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Maryland Weekly Fishing Report Overview | November 23, 2010

Tomorrow will be a day of reflection where just about everyone takes a moment or perhaps the better part of the day to give thanks for all good that is bestowed upon us. It is a time for family, friends and traditions. Fathers, sons and daughters may sneak out in the morning while the turkey is cooking; if the Thanksgiving gathering is local and get in a little goose hunting or fishing. There are still plenty of fish to catch; whether your interests are in trout fishing, largemouth bass, striped bass or tautog.

Chesapeake Bay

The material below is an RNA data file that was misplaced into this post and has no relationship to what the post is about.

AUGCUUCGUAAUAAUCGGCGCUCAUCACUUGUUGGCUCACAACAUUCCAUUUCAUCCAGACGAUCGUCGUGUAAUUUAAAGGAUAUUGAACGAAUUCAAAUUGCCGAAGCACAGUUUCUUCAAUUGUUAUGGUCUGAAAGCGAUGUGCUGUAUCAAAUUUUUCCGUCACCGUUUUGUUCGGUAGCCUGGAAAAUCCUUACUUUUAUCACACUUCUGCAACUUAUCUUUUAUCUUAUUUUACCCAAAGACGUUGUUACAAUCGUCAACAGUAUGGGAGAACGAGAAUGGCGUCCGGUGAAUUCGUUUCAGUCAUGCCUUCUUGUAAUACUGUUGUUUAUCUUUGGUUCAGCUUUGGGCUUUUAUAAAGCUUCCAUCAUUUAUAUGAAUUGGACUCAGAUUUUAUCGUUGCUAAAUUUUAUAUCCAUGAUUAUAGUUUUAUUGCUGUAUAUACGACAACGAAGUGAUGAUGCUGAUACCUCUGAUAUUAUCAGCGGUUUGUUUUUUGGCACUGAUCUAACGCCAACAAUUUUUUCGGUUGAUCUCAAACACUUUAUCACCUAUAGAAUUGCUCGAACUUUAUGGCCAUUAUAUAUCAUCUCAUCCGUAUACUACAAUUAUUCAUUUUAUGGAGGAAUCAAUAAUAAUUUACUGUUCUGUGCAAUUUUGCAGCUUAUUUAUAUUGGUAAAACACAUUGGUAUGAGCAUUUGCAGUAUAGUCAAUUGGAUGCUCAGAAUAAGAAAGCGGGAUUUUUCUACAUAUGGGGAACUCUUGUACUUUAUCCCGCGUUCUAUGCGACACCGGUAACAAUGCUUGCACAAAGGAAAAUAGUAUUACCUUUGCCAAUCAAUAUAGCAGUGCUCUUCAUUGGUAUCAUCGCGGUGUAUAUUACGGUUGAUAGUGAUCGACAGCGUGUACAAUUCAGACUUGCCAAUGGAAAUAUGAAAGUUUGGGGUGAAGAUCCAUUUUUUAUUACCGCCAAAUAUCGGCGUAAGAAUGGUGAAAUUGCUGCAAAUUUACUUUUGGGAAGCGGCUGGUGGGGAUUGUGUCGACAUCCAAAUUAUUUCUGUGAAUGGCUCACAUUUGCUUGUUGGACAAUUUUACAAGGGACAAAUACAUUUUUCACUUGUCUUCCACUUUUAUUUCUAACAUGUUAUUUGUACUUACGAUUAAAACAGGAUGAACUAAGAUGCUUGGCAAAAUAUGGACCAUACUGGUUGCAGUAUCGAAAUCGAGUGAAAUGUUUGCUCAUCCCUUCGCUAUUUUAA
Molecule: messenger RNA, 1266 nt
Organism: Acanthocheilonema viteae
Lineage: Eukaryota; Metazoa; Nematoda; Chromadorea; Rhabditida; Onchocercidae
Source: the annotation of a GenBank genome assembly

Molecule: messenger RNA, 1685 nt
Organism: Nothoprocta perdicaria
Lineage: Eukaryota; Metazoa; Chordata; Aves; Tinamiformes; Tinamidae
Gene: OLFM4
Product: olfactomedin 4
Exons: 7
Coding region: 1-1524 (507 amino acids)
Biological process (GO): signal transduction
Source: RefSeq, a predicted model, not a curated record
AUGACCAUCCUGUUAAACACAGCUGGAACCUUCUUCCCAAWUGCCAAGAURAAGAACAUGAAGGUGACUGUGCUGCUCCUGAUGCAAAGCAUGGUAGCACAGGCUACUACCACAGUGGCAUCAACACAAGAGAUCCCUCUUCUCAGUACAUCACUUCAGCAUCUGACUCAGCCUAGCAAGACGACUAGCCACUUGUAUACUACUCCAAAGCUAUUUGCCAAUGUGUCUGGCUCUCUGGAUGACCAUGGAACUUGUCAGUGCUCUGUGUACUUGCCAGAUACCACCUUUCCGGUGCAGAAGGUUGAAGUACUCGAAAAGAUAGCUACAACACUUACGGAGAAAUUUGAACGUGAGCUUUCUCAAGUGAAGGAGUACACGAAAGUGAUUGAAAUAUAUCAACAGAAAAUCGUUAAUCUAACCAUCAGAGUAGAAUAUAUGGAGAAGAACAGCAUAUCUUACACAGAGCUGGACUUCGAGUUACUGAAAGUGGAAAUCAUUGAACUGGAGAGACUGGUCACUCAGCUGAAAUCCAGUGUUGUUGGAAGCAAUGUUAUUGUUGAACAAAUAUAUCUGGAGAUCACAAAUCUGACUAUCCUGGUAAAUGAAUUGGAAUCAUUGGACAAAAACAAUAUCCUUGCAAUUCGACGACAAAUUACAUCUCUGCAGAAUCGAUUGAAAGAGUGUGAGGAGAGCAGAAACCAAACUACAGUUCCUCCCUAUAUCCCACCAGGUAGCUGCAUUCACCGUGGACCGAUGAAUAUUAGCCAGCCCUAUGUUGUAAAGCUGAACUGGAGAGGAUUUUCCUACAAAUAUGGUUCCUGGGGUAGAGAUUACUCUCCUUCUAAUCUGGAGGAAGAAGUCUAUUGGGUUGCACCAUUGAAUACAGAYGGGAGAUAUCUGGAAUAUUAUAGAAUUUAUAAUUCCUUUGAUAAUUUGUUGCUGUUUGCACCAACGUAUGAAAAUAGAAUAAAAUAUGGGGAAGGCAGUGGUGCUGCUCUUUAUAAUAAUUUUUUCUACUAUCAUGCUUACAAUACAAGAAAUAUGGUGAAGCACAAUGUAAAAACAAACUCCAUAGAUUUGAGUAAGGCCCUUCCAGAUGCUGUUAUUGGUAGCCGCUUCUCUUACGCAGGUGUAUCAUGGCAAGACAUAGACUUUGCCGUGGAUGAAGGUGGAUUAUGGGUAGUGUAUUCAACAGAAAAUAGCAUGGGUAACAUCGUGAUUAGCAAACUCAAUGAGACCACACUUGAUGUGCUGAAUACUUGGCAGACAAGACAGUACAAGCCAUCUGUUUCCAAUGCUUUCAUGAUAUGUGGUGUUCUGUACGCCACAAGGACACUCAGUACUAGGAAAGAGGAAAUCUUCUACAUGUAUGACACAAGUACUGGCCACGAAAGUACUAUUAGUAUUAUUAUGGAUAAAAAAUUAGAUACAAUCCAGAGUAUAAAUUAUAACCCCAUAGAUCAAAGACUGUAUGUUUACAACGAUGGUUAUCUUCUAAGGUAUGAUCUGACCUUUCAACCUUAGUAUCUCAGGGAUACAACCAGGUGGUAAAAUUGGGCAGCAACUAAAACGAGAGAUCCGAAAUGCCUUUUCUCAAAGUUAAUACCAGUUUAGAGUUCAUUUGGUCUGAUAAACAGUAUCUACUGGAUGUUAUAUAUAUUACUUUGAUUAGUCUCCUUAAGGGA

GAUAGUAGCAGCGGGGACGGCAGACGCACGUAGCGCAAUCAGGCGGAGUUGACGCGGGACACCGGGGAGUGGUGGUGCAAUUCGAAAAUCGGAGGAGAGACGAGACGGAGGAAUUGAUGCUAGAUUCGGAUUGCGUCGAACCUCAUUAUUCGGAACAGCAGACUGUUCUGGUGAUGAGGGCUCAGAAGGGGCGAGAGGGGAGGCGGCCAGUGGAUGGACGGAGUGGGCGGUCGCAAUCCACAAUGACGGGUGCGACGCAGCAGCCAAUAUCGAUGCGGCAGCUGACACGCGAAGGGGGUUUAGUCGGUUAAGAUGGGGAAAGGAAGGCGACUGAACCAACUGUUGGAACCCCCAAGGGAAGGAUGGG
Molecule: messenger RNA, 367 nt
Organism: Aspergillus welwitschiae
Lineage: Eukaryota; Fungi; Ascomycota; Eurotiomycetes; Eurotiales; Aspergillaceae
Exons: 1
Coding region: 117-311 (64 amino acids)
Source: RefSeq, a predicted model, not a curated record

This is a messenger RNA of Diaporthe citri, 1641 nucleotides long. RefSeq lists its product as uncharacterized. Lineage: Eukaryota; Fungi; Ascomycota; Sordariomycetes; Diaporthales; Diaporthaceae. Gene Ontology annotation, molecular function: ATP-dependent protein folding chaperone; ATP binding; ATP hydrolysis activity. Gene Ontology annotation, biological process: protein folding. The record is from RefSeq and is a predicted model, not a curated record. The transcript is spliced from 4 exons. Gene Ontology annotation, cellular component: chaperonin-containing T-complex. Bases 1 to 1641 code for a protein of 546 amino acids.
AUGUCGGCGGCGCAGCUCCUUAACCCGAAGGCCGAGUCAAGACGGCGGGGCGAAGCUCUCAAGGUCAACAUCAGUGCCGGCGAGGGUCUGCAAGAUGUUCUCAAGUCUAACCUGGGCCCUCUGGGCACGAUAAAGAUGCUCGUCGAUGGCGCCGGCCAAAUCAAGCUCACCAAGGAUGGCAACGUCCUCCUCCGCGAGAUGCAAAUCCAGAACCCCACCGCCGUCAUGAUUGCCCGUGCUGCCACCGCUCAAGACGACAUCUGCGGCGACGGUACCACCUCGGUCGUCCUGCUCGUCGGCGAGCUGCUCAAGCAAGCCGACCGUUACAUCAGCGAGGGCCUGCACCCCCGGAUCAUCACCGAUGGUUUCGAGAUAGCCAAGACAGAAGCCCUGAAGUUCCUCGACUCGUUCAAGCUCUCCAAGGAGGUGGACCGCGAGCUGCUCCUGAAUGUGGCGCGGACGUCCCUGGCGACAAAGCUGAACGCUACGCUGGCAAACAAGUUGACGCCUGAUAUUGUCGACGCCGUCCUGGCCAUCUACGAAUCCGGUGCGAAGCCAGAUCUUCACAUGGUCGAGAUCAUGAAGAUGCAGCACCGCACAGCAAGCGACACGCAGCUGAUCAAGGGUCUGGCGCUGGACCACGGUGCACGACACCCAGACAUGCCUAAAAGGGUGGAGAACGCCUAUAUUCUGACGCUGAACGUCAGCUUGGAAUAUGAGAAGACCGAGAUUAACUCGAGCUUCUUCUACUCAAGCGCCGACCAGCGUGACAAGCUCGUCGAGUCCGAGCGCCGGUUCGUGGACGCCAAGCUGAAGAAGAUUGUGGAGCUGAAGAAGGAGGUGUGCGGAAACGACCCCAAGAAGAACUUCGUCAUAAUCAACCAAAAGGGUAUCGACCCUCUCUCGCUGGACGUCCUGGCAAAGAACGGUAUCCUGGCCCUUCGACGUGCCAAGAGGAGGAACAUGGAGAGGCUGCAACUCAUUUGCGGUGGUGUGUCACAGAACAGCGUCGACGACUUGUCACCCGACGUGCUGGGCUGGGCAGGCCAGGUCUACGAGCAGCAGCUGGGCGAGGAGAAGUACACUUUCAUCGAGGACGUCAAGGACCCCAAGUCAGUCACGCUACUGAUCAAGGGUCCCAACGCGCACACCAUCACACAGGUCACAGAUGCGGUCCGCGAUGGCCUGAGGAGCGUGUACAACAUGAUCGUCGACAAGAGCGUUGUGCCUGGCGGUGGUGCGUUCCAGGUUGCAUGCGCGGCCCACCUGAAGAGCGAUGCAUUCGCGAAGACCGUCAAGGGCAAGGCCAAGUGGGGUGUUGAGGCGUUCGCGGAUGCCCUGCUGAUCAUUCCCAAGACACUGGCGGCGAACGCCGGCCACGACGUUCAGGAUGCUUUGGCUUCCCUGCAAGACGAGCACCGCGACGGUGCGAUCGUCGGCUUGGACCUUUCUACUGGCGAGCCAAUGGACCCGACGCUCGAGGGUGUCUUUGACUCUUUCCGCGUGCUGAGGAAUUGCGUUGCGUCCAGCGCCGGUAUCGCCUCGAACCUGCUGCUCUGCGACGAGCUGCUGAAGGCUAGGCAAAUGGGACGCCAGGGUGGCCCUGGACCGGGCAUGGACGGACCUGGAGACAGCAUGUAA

School sized striped bass can still be found along channel edges and they are even breaking water and chasing bait at times but they are becoming harder to find as water temperatures approach the 50-degree mark. The striped bass health project was out trolling around Buoy 83 on Monday and they caught their samples by trolling; but their remarks were that they didn't exactly set the world on fire. It was a slow pick. Last night I had the chance to slip out into the lower Choptank just before sunset and we did manage to find some breaking fish, but in general there was not much going on. Most of the fish were 17" in size but there were enough 19" to 21" fish to eke out a limit to take home. The screaming gulls and terns seemed to be providing a requiem for the 2010 season on the Chesapeake for me since this may be my last trip out for the season. The diving and screaming birds, a depth finder screen stacked up with marks, a portly fall striped bass and a setting sun set the final act of what has been a very good season on the Chesapeake.